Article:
temperature check

Keep an eye on that candy thermometer!

Immediately remove your caramel from the heat and add your flavorings if desired, stir vigorously to incorporate and then pour the HOT caramel into the prepared parchment lined pan.

Allow to cool completely. (I usually just leave mine overnight)

gorgeous vegan caramel

Look at that gorgeous glossy sheen!

When you’re ready to cut them, use the parchment paper to pull the caramel out of the pan and place it on a cutting board. Cut the caramels into 1 inch squares. Brush your knife with melted coconut oil between each cut to keep the caramels from sticking to it.

cutting caramels

Let your kitchen munchkin do the wrapping while you cut!

Wrap each caramel in wax paper squares. (You can use regular wax paper that you cut into squares, or you can buy specialty candy wrappers at the store, I got mine at ACE Hardware!)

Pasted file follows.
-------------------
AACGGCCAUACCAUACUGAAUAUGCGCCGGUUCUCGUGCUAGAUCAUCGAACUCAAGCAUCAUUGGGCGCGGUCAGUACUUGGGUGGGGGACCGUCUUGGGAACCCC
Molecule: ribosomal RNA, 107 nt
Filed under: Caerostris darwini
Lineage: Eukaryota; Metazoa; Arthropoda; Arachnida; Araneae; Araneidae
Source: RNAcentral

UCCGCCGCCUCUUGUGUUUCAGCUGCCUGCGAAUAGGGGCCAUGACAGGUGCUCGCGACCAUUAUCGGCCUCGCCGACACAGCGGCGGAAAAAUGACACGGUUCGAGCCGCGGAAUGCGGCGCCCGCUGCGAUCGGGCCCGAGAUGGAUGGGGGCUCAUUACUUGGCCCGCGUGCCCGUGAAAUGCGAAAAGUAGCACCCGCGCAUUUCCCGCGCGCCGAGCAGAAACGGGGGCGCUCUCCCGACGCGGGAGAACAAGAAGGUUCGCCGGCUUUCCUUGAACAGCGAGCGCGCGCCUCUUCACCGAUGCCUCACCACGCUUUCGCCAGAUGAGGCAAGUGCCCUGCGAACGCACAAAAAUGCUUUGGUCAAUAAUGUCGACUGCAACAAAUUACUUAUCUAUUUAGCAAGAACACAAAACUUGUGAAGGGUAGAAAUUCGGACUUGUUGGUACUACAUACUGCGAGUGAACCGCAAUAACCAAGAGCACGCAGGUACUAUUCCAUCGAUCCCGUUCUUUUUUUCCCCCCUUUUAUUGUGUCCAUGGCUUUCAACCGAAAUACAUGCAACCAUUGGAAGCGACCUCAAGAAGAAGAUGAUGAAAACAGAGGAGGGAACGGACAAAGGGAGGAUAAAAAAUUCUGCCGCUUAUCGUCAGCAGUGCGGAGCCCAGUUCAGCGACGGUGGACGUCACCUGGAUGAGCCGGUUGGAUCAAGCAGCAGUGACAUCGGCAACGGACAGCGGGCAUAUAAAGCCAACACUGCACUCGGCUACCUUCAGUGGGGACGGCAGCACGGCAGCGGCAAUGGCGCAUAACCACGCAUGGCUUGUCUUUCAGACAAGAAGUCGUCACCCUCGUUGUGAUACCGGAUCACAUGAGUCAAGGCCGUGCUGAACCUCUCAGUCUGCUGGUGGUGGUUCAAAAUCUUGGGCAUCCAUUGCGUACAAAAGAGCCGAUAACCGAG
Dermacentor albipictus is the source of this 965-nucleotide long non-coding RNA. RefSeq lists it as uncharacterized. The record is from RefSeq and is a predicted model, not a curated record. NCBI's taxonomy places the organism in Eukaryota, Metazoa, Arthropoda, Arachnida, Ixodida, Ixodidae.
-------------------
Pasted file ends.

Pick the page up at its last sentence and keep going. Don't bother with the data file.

caramel gifts

Pretty little presents, all wrapped up!

I store my caramels in the fridge until I’m ready to gift them, but you don’t actually have to do that.

Share with friends and enjoy!

*Stirring the sugar water solution can cause the sugar to re-crystalize. This can do two things – first, make your caramel grainy – YUCK!
OR, worse, it can set off a chain reaction causing ever more sugar to crystalize and ruining your whole batch of caramel.